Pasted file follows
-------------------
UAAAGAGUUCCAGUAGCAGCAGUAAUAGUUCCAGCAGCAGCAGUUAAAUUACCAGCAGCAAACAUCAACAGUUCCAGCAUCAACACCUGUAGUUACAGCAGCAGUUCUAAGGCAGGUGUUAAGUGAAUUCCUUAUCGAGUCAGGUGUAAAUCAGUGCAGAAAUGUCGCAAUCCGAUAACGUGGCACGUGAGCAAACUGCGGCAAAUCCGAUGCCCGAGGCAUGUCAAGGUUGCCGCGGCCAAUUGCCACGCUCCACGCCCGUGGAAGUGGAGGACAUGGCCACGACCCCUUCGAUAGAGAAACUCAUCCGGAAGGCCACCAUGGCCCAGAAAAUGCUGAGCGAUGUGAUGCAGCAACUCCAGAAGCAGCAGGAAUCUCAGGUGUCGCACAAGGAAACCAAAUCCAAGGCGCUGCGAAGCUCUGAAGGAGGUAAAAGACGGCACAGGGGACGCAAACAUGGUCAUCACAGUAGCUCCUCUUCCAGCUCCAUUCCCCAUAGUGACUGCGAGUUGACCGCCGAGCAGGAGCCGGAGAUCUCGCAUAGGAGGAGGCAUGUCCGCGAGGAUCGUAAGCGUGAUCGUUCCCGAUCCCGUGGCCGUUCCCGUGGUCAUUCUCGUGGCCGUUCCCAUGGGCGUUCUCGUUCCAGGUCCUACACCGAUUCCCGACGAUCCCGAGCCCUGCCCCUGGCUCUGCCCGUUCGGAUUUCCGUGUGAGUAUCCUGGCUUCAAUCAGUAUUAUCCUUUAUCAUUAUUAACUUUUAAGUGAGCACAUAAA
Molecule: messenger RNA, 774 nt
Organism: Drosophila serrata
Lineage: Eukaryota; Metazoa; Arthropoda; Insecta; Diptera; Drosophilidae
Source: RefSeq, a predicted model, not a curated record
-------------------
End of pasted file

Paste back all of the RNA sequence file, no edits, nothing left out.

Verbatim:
UAAAGAGUUCCAGUAGCAGCAGUAAUAGUUCCAGCAGCAGCAGUUAAAUUACCAGCAGCAAACAUCAACAGUUCCAGCAUCAACACCUGUAGUUACAGCAGCAGUUCUAAGGCAGGUGUUAAGUGAAUUCCUUAUCGAGUCAGGUGUAAAUCAGUGCAGAAAUGUCGCAAUCCGAUAACGUGGCACGUGAGCAAACUGCGGCAAAUCCGAUGCCCGAGGCAUGUCAAGGUUGCCGCGGCCAAUUGCCACGCUCCACGCCCGUGGAAGUGGAGGACAUGGCCACGACCCCUUCGAUAGAGAAACUCAUCCGGAAGGCCACCAUGGCCCAGAAAAUGCUGAGCGAUGUGAUGCAGCAACUCCAGAAGCAGCAGGAAUCUCAGGUGUCGCACAAGGAAACCAAAUCCAAGGCGCUGCGAAGCUCUGAAGGAGGUAAAAGACGGCACAGGGGACGCAAACAUGGUCAUCACAGUAGCUCCUCUUCCAGCUCCAUUCCCCAUAGUGACUGCGAGUUGACCGCCGAGCAGGAGCCGGAGAUCUCGCAUAGGAGGAGGCAUGUCCGCGAGGAUCGUAAGCGUGAUCGUUCCCGAUCCCGUGGCCGUUCCCGUGGUCAUUCUCGUGGCCGUUCCCAUGGGCGUUCUCGUUCCAGGUCCUACACCGAUUCCCGACGAUCCCGAGCCCUGCCCCUGGCUCUGCCCGUUCGGAUUUCCGUGUGAGUAUCCUGGCUUCAAUCAGUAUUAUCCUUUAUCAUUAUUAACUUUUAAGUGAGCACAUAAA
Molecule: messenger RNA, 774 nt
Organism: Drosophila serrata
Lineage: Eukaryota; Metazoa; Arthropoda; Insecta; Diptera; Drosophilidae
Source: RefSeq, a predicted model, not a curated record